Varicose veins are twisted, enlarged veins that you can see just under the surface of the skin. The veins most commonly affected are those in your legs and feet.
Varicose veins are caused by weakened valves and veins in your legs. When these valves do not work as they should, blood collects in your legs, and pressure builds up. The veins become weak, large, and twisted.
Some people do not have any symptoms.
Mild symptoms may include: Heaviness, burning, aching, tiredness, or pain in your legs. Symptoms may be worse after you stand or sit for long periods of time. Swelling in your feet and ankles. Itching over the vein especially on the lower leg and ankle.
More serious symptoms include: Leg swelling. Swelling and calf pain after you sit or stand for long periods of time. Open sores, or you may bleed after a minor injury.
Self-care — such as exercise, elevating your legs or wearing compression stockings can help you ease the pain of varicose veins and may prevent them from getting worse. But if you’re concerned about how your veins look and feel and self-care measures haven’t stopped your condition from getting worse, see your doctor.
Your doctor will look at your legs and feet. You may also need an ultrasound test to see if the valves in your veins are functioning normally or if there’s any evidence of a blood clot.
In this procedure, your doctor injects small- and medium-sized varicose veins with a solution that scars and closes those veins. In a few weeks, treated varicose veins should fade. Although the same vein may need to be injected more than once
Catheter-assisted procedures: Radiofrequency Ablation (RFA)
RFA is a newer, minimally invasive treatment of dilated and tortuous varicose veins usually done as a day procedure under local anesthesia or a mild sedative. In these treatments, your doctor inserts a thin tube (catheter) through a small incision into an enlarged vein and radiofrequency energy in the form of heat is directed to the tip of the catheter. As the catheter is pulled out, the heat destroys the vein by causing it to collapse and seal shut. Once the diseased vein is closed, blood is re-routed to the other healthy veins. This procedure is usually done for larger varicose veins.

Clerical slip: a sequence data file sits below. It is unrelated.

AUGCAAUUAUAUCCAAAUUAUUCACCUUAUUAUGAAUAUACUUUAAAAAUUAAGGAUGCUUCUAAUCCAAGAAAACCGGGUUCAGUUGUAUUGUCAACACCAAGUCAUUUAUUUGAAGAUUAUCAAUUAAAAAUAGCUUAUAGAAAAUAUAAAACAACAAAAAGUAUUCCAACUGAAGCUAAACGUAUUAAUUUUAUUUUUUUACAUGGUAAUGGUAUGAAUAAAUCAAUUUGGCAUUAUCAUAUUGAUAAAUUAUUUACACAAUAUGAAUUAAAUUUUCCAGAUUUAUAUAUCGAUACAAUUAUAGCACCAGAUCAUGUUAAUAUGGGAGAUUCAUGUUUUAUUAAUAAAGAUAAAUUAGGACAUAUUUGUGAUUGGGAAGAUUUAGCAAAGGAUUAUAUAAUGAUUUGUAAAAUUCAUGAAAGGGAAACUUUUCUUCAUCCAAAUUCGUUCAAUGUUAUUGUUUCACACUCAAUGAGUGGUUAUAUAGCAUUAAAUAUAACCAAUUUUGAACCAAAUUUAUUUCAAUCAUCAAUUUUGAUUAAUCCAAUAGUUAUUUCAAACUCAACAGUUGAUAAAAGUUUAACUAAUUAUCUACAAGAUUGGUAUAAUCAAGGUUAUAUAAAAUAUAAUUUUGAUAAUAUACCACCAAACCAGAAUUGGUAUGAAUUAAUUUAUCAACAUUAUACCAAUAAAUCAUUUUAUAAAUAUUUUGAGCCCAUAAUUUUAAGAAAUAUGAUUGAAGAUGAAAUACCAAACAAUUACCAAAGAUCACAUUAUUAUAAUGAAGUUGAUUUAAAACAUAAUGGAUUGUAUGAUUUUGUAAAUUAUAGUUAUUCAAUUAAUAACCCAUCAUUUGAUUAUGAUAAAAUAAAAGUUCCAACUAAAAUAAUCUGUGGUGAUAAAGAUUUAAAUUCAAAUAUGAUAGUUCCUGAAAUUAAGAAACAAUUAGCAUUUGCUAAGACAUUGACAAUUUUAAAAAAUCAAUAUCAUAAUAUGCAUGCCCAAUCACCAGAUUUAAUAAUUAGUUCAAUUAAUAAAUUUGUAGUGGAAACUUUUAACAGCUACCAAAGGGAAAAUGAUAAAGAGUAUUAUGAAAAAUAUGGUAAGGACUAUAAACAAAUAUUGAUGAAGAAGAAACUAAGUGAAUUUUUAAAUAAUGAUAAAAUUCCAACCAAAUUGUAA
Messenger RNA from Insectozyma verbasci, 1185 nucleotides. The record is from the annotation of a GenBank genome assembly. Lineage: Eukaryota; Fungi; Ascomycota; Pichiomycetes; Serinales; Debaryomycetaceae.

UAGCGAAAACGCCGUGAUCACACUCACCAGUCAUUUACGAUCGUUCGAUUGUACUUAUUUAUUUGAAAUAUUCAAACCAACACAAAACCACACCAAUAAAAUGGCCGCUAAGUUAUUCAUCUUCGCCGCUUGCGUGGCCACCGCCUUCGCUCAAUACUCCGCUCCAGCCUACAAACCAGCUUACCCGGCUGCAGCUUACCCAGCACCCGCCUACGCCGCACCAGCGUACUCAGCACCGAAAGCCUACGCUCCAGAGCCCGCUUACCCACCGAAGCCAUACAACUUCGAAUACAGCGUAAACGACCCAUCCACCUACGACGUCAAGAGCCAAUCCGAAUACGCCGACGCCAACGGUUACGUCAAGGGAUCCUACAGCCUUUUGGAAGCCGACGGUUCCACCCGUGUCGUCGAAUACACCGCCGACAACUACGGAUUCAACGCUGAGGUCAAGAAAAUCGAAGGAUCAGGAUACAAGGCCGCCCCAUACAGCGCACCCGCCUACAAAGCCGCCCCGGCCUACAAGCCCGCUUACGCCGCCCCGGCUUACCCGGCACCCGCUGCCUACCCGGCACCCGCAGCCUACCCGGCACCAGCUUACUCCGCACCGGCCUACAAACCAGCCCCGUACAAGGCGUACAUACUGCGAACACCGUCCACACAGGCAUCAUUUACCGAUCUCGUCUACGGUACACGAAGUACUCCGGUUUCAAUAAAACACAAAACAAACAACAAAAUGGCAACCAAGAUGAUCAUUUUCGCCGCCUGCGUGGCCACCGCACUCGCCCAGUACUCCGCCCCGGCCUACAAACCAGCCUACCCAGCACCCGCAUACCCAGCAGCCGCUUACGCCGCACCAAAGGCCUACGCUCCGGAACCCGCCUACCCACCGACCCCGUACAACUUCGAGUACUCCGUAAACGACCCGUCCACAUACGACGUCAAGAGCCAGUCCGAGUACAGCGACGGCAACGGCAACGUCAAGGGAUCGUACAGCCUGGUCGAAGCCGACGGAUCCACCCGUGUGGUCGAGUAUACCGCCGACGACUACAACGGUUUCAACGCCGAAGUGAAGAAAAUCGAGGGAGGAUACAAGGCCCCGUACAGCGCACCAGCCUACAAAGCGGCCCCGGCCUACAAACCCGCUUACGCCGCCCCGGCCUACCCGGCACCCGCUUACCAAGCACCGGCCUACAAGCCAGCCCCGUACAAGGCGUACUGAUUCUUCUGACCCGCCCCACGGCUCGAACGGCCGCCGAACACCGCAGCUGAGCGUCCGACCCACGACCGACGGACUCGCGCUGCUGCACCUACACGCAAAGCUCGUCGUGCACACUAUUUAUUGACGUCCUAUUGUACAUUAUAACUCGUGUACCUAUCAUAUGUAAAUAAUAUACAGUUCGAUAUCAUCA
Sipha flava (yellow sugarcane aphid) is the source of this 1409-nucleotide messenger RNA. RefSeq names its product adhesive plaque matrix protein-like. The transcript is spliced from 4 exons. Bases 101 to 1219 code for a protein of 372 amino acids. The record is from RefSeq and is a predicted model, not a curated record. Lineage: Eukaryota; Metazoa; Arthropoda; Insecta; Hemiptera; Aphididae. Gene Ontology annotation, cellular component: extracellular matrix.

Following the procedure, a simple dressing is placed over the insertion site and a compression stocking will need to be worn for 7-10 days. Most patients typically resume normal activities with a day.
This procedure involves removing a long vein through small incisions. Removing the vein won’t adversely affect circulation in your leg because veins deeper in the leg take care of the larger volumes of blood.
Your doctor removes smaller varicose veins through a series of tiny skin punctures. Only the parts of your leg that are being pricked are numbed in this outpatient procedure. Scarring is generally minimal.
VenaSeal has been meticulously trialed in the United States and Europe over the last 5 years. Results published show a low risk of complications and excellent medium-term results. The VeClose Study out of Germany, showed a 98.9% closure rate at 6 months. VenaSeal is considered as effective as Endovenous Laser Ablation but does not involve the use of heat and can therefore be performed with the application of a small amount of local anaesthetic as opposed to a Nerve Block or large volumes of Tumescent Anaesthetic.
Get in touch with NMC surgeon to know more about the procedures and related solutions.